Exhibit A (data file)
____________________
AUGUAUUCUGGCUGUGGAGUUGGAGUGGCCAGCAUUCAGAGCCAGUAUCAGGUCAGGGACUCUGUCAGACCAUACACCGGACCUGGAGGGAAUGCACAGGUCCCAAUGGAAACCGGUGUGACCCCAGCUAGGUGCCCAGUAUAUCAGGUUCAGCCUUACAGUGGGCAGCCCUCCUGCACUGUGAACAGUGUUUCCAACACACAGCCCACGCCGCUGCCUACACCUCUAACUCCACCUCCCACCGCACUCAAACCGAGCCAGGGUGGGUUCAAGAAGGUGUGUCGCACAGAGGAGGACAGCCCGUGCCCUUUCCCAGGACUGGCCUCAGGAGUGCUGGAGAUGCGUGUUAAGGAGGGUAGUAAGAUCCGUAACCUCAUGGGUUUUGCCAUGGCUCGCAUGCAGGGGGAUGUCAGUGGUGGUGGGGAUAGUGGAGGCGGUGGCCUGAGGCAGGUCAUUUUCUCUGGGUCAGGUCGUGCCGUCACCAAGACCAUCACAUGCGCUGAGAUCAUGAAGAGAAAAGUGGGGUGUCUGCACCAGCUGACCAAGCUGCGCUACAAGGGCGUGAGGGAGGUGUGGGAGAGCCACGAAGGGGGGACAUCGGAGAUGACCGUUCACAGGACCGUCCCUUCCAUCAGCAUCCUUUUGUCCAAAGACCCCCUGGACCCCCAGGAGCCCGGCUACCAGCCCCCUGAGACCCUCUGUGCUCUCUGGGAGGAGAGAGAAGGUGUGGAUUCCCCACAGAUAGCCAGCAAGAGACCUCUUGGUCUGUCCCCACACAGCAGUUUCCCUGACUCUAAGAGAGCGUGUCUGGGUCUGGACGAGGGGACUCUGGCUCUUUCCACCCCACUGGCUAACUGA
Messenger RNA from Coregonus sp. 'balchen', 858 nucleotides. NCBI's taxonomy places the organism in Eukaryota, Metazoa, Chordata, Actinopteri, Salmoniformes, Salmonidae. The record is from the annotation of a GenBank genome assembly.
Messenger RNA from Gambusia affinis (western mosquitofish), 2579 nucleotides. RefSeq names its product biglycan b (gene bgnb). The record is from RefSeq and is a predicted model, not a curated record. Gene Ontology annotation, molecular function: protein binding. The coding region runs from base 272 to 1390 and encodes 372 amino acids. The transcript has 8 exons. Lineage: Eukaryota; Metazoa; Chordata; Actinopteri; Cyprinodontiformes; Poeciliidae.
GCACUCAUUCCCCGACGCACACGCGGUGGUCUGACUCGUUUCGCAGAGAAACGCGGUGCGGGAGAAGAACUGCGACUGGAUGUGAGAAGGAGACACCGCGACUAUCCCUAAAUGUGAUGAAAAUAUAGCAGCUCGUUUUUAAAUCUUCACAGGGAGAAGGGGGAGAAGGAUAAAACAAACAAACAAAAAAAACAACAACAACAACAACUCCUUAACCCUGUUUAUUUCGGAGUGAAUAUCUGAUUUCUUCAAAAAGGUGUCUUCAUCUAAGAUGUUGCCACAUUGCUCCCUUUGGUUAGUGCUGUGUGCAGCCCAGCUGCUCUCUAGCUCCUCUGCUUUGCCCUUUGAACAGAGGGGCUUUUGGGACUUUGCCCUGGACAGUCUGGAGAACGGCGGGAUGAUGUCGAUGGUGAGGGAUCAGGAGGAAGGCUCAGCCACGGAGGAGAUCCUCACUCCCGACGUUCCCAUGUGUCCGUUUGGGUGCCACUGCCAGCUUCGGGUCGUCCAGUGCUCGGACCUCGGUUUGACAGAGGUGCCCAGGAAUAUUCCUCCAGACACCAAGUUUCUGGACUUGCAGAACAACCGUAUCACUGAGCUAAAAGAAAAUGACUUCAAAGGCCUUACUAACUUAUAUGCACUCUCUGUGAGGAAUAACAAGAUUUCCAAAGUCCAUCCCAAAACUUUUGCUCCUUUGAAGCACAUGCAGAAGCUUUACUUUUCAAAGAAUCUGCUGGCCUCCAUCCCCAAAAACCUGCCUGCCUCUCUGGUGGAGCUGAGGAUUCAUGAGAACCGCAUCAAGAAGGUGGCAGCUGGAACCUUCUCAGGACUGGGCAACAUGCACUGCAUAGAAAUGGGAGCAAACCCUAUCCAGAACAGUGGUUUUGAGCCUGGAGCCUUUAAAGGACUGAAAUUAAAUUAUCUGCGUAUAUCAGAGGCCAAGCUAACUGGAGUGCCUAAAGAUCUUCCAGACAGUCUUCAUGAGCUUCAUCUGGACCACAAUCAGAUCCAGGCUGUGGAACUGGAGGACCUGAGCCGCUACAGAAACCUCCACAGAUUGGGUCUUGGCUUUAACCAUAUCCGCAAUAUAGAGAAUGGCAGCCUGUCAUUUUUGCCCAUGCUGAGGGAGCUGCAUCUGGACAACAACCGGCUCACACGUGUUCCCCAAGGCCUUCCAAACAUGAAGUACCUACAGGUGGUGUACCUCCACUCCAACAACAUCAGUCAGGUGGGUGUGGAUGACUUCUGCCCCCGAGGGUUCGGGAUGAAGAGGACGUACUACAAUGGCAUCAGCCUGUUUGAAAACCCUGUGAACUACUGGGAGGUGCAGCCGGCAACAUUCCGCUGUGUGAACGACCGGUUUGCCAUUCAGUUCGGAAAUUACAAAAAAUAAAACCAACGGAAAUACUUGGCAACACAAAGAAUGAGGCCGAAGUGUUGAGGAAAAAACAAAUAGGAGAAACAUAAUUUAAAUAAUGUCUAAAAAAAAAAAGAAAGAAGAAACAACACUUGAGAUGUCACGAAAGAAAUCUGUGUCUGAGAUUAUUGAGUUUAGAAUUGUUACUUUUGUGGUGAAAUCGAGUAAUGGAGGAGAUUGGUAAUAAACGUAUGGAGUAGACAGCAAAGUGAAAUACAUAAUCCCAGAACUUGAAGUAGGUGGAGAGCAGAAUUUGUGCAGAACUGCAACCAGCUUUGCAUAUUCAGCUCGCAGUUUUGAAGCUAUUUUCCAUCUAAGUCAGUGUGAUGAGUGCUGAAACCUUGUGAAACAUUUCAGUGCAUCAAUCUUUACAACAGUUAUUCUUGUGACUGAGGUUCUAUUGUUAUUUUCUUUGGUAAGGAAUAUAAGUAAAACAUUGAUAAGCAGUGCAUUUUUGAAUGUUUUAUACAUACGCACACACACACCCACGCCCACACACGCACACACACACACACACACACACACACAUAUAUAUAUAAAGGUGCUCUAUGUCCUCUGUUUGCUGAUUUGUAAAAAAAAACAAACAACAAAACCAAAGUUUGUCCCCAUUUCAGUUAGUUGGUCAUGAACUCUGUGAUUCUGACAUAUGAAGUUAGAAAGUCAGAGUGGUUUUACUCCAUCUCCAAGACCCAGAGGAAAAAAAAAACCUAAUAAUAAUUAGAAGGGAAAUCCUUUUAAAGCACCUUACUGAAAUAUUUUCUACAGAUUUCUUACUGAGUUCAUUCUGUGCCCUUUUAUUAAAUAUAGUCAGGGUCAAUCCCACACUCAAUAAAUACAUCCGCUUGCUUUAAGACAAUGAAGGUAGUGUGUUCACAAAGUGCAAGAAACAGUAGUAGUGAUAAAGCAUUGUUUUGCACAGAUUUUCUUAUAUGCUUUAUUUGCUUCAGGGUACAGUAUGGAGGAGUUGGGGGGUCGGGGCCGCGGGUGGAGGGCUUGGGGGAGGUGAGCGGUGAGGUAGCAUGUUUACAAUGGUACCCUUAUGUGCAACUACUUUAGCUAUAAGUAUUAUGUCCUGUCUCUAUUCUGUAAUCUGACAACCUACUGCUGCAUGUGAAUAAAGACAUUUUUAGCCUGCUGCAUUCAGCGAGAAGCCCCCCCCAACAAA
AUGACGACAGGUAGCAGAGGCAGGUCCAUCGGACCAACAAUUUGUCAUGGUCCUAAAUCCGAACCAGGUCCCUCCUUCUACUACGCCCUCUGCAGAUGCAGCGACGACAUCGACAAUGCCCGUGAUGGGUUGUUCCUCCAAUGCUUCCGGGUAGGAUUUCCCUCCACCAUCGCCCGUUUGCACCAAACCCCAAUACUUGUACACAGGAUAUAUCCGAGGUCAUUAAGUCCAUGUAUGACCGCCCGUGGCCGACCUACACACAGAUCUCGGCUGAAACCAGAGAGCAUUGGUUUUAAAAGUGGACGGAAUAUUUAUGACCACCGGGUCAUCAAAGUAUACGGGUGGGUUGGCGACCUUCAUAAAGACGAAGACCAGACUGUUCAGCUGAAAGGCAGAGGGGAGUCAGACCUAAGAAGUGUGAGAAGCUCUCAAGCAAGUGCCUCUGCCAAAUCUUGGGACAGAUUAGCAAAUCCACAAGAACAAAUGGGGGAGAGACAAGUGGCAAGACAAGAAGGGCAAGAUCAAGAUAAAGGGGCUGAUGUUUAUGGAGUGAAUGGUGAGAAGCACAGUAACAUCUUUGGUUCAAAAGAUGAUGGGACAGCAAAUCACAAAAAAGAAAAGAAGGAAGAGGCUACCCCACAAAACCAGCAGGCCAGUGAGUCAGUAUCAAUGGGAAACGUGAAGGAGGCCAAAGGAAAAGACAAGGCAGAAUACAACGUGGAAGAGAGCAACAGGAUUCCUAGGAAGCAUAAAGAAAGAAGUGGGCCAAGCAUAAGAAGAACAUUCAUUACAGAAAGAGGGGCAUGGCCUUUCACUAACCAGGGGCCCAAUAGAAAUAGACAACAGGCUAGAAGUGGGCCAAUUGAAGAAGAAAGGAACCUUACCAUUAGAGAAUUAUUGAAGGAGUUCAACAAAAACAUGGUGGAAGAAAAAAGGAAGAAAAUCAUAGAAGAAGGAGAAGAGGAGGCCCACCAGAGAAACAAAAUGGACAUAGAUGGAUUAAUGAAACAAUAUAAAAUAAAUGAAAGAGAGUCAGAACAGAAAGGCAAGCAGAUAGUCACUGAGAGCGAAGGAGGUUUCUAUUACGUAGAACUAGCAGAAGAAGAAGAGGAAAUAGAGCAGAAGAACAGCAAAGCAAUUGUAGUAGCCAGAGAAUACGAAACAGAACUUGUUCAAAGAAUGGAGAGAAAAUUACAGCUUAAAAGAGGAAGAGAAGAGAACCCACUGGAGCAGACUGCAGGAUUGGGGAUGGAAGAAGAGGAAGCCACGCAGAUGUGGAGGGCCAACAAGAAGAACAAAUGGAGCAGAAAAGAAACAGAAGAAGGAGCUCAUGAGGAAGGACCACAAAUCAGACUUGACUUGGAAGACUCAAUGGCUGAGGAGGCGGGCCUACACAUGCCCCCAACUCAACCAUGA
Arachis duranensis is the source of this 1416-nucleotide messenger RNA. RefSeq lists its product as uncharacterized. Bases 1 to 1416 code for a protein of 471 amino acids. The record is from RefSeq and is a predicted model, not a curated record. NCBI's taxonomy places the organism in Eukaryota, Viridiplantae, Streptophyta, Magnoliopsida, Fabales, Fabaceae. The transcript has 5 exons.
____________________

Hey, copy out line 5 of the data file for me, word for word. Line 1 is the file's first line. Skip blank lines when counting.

AUGACGACAGGUAGCAGAGGCAGGUCCAUCGGACCAACAAUUUGUCAUGGUCCUAAAUCCGAACCAGGUCCCUCCUUCUACUACGCCCUCUGCAGAUGCAGCGACGACAUCGACAAUGCCCGUGAUGGGUUGUUCCUCCAAUGCUUCCGGGUAGGAUUUCCCUCCACCAUCGCCCGUUUGCACCAAACCCCAAUACUUGUACACAGGAUAUAUCCGAGGUCAUUAAGUCCAUGUAUGACCGCCCGUGGCCGACCUACACACAGAUCUCGGCUGAAACCAGAGAGCAUUGGUUUUAAAAGUGGACGGAAUAUUUAUGACCACCGGGUCAUCAAAGUAUACGGGUGGGUUGGCGACCUUCAUAAAGACGAAGACCAGACUGUUCAGCUGAAAGGCAGAGGGGAGUCAGACCUAAGAAGUGUGAGAAGCUCUCAAGCAAGUGCCUCUGCCAAAUCUUGGGACAGAUUAGCAAAUCCACAAGAACAAAUGGGGGAGAGACAAGUGGCAAGACAAGAAGGGCAAGAUCAAGAUAAAGGGGCUGAUGUUUAUGGAGUGAAUGGUGAGAAGCACAGUAACAUCUUUGGUUCAAAAGAUGAUGGGACAGCAAAUCACAAAAAAGAAAAGAAGGAAGAGGCUACCCCACAAAACCAGCAGGCCAGUGAGUCAGUAUCAAUGGGAAACGUGAAGGAGGCCAAAGGAAAAGACAAGGCAGAAUACAACGUGGAAGAGAGCAACAGGAUUCCUAGGAAGCAUAAAGAAAGAAGUGGGCCAAGCAUAAGAAGAACAUUCAUUACAGAAAGAGGGGCAUGGCCUUUCACUAACCAGGGGCCCAAUAGAAAUAGACAACAGGCUAGAAGUGGGCCAAUUGAAGAAGAAAGGAACCUUACCAUUAGAGAAUUAUUGAAGGAGUUCAACAAAAACAUGGUGGAAGAAAAAAGGAAGAAAAUCAUAGAAGAAGGAGAAGAGGAGGCCCACCAGAGAAACAAAAUGGACAUAGAUGGAUUAAUGAAACAAUAUAAAAUAAAUGAAAGAGAGUCAGAACAGAAAGGCAAGCAGAUAGUCACUGAGAGCGAAGGAGGUUUCUAUUACGUAGAACUAGCAGAAGAAGAAGAGGAAAUAGAGCAGAAGAACAGCAAAGCAAUUGUAGUAGCCAGAGAAUACGAAACAGAACUUGUUCAAAGAAUGGAGAGAAAAUUACAGCUUAAAAGAGGAAGAGAAGAGAACCCACUGGAGCAGACUGCAGGAUUGGGGAUGGAAGAAGAGGAAGCCACGCAGAUGUGGAGGGCCAACAAGAAGAACAAAUGGAGCAGAAAAGAAACAGAAGAAGGAGCUCAUGAGGAAGGACCACAAAUCAGACUUGACUUGGAAGACUCAAUGGCUGAGGAGGCGGGCCUACACAUGCCCCCAACUCAACCAUGA